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  1. Jonathan Opie & Gerard O'Brien (2006). How Do Connectionist Networks Compute? Cognitive Processing 7 (1):30-41.
    Although connectionism is advocated by its proponents as an alternative to the classical computational theory of mind, doubts persist about its _computational_ credentials. Our aim is to dispel these doubts by explaining how connectionist networks compute. We first develop a generic account of computation—no easy task, because computation, like almost every other foundational concept in cognitive science, has resisted canonical definition. We opt for a characterisation that does justice to the explanatory role of computation in cognitive science. Next we examine (...)
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  2. Gerard O'Brien & Jonathan Opie (2004). Notes Toward a Structuralist Theory of Mental Representation. In Hugh Clapin (ed.), Representation in Mind. Elsevier. 1--20.
    Any creature that must move around in its environment to find nutrients and mates, in order to survive and reproduce, faces the problem of sensorimotor control. A solution to this problem requires an on-board control mechanism that can shape the creature’s behaviour so as to render it “appropriate” to the conditions that obtain. There are at least three ways in which such a control mechanism can work, and Nature has exploited them all. The first and most basic way is for (...)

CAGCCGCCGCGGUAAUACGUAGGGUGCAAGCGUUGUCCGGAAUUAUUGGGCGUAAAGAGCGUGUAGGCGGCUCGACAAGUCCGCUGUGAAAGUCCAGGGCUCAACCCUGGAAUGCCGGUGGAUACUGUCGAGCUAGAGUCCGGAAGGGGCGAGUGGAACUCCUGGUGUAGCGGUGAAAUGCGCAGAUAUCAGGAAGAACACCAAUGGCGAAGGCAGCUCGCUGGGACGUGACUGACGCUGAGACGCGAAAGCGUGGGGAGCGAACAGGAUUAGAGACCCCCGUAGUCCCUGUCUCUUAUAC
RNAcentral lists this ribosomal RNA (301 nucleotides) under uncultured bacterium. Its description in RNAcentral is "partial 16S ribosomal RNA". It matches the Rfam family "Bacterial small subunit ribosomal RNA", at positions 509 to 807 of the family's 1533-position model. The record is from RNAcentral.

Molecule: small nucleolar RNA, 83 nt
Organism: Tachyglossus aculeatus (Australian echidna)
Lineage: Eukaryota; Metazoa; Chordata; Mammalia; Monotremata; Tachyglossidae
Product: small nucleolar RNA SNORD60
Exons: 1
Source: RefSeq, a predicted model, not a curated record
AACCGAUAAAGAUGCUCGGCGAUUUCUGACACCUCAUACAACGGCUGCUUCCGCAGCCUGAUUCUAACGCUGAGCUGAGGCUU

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  3. Gerard O'Brien & Jonathan Opie (2004). Vehicle, Process, and Hybrid Theories of Consciousness. Behavioral and Brain Sciences 27 (2):303-305.
    Martínez-Manrique contends that we overlook a possible nonconnectionist vehicle theory of consciousness. We argue that the position he develops is better understood as a hybrid vehicle/process theory. We assess this theory and in doing so clarify the commitments of both vehicle and process theories of consciousness.
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  4. Jonathan Opie & Gerard O'Brien (2004). Notes Toward a Structuralist Theory of Mental Representation. In Hugh Clapin, Phillip Staines & Peter Slezak (eds.), Representation in Mind: New Approaches to Mental Representation. Elsevier. 1--20.
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  5. Gerard O'Brien & Jonathan Opie (2003). The Multiplicity of Consciousness and the Emergence of the Self. In A. S. David & T. T. J. Kircher (eds.), The Self and Schizophrenia: A Neuropsychological Perspective. Cambridge University Press. 107--120.
    I look out the window and I think that the garden looks nice and the grass looks cool, but the
    thoughts of Eammon Andrews come into my mind.
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  6. Gerard O'Brien & Jonathan Opie (2002). Radical Connectionism: Thinking with (Not in) Language. Language and Communication 22 (3):313-329.
    In this paper we defend a position we call radical connectionism. Radical connectionism claims that cognition _never_ implicates an internal symbolic medium, not even when natural language plays a part in our thought processes. On the face of it, such a position renders the human capacity for abstract thought quite mysterious. However, we argue that connectionism is committed to an analog conception of neural computation, and that representation of the abstract is no more problematic for a system of analog vehicles (...)